Every day about 10,000 scam emails hit the Dartmouth system. Most of these “phishing” attempts are caught by security filters and tagged as spam. But a fraction squeeze by and wind up lurking in inboxes, hoping to steal whatever they’re after—often money, credit card or bank account information, and intellectual property. An online tournament created by Information, Technology, and Consulting and students from the DALI Lab aims to help users identify these slippery phish, and have fun in the process.
GoPhish runs from March 29 through April 15, and employees and students alike can compete for dozens of prizes, including a MacBook Air, Samsung Galaxy Chromebook, and gift cards. Registration will stay open through the end of the contest.
The most recent collaboration between ITC and DALI, the tournament represents an important step in helping community members take their understanding of online security to the next level, says Mitchel Davis, vice president of ITC and chief information officer. “Thanks to the staff and students’ hard work and creativity, participants will be better equipped to protect themselves from potentially damaging phishing attacks.”
Sam Cavallaro, director of Student and Academic Systems, says the tournament is timely.
Last month, a number of security publications reported that phishing is now the most common form of cyberattack, says Cavallaro, whose team worked with the DALI students on the project. “It’s a huge problem.”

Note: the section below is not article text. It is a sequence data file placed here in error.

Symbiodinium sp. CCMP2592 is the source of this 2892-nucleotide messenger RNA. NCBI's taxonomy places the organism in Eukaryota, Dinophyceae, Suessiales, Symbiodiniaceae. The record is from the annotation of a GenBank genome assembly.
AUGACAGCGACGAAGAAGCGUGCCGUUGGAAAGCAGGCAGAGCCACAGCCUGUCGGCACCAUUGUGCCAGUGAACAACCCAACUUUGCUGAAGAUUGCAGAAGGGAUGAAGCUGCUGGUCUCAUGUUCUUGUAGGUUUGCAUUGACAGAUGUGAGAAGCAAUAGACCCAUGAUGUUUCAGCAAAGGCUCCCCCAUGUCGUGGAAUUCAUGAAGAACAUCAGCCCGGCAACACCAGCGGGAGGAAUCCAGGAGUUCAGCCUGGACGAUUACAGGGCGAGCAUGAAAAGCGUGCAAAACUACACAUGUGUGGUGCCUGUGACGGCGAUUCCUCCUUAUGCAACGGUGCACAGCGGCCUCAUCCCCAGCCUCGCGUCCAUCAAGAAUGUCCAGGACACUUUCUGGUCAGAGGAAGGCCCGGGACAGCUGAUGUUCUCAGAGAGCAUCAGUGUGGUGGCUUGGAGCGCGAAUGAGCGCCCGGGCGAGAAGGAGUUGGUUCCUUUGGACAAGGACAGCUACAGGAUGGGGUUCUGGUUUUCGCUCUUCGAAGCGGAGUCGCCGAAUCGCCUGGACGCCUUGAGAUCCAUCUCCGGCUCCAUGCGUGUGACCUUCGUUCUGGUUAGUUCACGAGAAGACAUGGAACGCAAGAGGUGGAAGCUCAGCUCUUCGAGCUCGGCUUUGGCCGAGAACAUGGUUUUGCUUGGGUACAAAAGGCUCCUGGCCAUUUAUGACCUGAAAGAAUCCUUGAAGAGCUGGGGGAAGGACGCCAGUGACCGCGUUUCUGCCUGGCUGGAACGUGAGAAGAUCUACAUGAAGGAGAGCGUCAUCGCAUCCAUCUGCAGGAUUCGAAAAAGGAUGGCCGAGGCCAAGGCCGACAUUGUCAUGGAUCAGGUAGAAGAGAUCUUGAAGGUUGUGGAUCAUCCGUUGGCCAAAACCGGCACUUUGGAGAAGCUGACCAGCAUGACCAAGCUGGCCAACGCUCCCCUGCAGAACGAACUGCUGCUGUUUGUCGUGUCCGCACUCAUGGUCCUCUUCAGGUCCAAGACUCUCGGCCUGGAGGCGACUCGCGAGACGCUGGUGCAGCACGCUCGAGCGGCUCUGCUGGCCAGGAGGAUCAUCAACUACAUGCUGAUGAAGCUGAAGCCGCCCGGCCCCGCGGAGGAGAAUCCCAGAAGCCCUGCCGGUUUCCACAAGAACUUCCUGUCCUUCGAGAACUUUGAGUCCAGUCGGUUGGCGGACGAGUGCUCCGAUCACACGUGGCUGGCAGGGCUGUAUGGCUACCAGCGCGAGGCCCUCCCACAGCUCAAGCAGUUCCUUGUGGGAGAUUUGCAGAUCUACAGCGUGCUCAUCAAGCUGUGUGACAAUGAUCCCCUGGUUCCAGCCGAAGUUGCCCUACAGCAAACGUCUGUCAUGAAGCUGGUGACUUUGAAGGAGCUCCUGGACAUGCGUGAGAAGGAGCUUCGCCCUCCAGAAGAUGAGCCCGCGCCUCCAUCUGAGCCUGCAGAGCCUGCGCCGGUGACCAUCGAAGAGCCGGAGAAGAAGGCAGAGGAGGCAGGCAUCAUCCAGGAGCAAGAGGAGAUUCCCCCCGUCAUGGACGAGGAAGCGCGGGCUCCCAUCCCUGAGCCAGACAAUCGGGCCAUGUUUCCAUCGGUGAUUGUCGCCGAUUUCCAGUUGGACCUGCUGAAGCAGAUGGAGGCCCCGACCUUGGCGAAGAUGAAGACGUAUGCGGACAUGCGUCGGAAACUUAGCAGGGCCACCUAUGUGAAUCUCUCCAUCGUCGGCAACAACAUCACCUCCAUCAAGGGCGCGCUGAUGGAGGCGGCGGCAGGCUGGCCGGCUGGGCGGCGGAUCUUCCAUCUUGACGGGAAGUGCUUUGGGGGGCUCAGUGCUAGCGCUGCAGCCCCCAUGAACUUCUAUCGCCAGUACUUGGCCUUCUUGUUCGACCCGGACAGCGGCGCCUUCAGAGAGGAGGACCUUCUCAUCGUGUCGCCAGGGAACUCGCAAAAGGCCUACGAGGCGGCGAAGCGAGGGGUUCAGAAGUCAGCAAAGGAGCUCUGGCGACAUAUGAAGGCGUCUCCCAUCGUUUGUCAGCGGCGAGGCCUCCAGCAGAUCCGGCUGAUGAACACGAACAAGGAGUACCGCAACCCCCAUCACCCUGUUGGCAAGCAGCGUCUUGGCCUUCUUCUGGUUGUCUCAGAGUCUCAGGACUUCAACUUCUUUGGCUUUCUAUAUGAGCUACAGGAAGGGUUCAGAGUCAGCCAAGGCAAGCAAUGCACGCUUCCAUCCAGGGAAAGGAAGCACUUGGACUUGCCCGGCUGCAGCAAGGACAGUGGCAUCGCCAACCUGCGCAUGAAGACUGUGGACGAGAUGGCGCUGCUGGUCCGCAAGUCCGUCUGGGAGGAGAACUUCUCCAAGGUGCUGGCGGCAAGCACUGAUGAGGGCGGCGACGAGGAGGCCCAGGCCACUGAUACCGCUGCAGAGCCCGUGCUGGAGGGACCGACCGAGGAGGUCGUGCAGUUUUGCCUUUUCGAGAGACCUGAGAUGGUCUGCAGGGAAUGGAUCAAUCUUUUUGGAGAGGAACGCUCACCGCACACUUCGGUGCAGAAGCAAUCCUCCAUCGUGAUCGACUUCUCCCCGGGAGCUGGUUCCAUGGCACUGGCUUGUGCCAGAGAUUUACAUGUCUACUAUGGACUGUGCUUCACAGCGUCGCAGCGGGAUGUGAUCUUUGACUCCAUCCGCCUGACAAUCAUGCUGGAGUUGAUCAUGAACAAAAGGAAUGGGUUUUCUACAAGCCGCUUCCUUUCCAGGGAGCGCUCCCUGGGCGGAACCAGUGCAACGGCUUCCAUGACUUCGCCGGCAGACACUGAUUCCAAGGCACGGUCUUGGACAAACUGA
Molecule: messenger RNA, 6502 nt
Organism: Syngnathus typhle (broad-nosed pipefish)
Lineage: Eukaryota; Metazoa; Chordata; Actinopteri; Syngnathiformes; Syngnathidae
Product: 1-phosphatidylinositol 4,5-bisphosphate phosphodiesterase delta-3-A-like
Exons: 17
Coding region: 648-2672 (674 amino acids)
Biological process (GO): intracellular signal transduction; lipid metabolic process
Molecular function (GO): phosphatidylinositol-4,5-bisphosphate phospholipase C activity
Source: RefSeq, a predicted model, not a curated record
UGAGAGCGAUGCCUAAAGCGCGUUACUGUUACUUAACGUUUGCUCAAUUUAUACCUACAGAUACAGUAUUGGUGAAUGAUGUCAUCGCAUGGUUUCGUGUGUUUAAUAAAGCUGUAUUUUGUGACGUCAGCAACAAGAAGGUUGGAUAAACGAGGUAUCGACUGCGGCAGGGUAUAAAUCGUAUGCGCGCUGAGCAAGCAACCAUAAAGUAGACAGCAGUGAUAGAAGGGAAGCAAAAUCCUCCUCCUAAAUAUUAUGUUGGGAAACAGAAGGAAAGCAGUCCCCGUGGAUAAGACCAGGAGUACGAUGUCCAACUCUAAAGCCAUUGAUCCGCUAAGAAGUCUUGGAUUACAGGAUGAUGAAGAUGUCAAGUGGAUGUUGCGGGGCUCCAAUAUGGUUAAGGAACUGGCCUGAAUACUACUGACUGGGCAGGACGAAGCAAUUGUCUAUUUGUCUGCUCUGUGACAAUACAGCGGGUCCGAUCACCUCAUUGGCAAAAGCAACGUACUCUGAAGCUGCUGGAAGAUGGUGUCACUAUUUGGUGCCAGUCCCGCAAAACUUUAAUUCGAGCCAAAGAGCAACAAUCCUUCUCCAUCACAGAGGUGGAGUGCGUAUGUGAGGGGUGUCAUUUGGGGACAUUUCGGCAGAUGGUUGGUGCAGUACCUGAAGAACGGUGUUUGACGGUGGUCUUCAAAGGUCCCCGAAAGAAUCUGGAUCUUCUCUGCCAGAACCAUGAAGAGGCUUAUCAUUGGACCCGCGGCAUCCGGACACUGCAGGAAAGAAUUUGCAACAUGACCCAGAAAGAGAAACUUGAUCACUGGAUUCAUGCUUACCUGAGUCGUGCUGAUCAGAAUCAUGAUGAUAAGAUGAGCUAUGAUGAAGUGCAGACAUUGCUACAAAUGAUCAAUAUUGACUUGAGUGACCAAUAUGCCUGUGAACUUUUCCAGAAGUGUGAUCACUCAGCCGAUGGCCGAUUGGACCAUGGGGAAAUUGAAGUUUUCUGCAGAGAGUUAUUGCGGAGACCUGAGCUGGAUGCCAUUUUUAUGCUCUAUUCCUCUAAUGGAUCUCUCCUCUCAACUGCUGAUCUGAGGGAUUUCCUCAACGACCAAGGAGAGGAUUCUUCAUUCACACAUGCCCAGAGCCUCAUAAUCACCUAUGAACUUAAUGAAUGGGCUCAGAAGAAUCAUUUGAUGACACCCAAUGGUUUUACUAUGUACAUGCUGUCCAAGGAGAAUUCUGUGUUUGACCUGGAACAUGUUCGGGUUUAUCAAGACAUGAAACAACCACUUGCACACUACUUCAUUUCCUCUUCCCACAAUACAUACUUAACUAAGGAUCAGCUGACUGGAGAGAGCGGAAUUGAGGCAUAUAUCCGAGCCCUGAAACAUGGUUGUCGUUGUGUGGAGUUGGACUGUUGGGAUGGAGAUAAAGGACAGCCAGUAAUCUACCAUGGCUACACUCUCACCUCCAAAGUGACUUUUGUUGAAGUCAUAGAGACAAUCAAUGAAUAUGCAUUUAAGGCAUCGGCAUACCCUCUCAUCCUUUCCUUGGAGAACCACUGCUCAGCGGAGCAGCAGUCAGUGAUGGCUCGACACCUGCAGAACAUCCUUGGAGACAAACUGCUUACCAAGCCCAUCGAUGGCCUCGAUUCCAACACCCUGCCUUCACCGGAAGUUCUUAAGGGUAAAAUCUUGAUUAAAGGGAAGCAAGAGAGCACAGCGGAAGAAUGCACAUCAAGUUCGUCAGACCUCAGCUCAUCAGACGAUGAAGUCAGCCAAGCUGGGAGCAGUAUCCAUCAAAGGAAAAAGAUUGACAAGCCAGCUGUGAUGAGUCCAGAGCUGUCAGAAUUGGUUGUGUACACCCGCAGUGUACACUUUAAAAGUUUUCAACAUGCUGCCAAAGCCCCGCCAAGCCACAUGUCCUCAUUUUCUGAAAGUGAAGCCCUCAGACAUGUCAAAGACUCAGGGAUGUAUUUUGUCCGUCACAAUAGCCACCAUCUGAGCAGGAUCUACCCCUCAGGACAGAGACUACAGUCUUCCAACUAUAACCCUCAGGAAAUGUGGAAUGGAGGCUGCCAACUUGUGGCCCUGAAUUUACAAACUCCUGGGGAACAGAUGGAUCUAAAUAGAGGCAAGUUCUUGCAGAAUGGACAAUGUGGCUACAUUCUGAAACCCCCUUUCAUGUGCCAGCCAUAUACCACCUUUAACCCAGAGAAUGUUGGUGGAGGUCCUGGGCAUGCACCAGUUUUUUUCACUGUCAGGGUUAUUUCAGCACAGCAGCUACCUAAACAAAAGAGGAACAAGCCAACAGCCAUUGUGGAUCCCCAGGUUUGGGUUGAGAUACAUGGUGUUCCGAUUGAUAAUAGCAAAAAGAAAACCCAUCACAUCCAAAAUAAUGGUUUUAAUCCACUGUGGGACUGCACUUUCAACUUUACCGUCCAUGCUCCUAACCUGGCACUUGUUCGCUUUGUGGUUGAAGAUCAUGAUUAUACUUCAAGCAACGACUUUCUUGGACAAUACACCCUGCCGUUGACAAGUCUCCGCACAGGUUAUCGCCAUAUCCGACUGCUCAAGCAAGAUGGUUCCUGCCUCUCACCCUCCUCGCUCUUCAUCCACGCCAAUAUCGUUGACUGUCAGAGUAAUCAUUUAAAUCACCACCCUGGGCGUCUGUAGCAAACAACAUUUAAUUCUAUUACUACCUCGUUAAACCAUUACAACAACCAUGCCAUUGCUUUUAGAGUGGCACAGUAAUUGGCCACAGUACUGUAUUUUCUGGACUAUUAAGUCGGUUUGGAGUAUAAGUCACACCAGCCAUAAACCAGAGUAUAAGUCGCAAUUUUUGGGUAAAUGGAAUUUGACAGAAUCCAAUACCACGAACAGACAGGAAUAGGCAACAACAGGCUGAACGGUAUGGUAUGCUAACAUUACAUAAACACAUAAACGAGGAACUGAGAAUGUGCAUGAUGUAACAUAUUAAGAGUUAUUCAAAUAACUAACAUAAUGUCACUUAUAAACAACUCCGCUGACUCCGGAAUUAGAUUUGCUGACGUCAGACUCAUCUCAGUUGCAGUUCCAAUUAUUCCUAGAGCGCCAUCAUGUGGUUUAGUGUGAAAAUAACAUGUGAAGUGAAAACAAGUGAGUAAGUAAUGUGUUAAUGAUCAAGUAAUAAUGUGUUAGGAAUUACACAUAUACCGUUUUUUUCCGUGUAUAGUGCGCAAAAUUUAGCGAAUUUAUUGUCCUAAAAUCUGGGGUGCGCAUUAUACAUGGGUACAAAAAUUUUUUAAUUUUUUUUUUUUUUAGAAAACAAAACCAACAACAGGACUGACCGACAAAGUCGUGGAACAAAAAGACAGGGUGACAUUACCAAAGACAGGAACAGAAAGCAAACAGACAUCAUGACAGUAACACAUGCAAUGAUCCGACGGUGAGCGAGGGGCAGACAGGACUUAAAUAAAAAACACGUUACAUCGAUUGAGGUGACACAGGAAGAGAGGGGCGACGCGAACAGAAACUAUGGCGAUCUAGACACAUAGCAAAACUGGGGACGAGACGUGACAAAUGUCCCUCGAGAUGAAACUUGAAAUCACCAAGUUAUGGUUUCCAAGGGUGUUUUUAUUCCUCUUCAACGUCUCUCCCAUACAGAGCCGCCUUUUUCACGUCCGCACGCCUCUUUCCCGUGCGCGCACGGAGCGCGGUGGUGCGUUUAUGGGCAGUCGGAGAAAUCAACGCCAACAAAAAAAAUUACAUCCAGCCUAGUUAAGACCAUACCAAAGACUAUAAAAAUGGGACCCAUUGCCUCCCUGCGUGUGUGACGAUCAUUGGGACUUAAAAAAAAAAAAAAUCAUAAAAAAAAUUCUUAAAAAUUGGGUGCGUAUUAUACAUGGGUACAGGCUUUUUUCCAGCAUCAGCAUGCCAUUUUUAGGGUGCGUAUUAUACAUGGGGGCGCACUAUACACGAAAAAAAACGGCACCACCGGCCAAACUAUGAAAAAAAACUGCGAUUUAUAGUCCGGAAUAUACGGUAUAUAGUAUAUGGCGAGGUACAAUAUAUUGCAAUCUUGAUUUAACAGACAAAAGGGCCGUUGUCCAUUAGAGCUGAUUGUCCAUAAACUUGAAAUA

To gauge the need for education about phishing, which is also done through texts and phone calls, the DALI team surveyed Dartmouth students, faculty, and staff; 80% of the respondents said they had encountered or fallen prey to phishing attempts. That data helped shape the upcoming tournament, which started out as a training idea and was later transformed into a contest, at Davis’ suggestion.
The tournament includes quizzes and fake phishing emails sent by the IT Security team that highlight the tactics cybercriminals use to lure in victims. It also urges community members to forward suspicious emails to ITC at email@example.com.
If it’s an attack, multiple people across the college may be getting the same email, says Catherine Porter, an academic applications developer who worked on the project. In that case, security staff can use filters to block it.
Emma Kallman ’22, the project manager, says that when it comes to identifying phish, phrasing can be a tipoff.
She’s received messages complimenting her for having good grades and inviting her to work on a certain project, says Kallman, who is taking a gap year and plans to study engineering when she returns to Dartmouth this fall. But then they’re “also full of really weird grammar.”
Tim Tregubov, DALI director and co-founder, says students often receive phishing emails claiming to be from a professor. The message says they’re in a meeting and asks the student to buy them a gift card, Tregubov says. “People fall for it.”
While phishing attempts often succeed by exploiting someone’s instinct to be helpful, or offering something they want, such as a job, time—or the lack of it—is also a factor.
“People are doing a lot of multitasking, and they’re reading a lot of emails. A lot of times it’s just human nature to react before you think,” says Cavallaro. He and his colleagues hope the contest will help safeguard the community by putting “a little check valve” in participants’ minds, so that scanning emails for scams becomes second nature.
So far, so good. By March 22, at least 696 people had signed up.
In addition to ITC and DALI, sponsors include the Dartmouth Computer Store, the Office of Information Technology at Tuck, the Office of Student Affairs, the Tuck Center for Digital Strategies, and Ramunto’s Brick and Brew Pizza in Hanover.
Aimee Minbiole can be reached at firstname.lastname@example.org.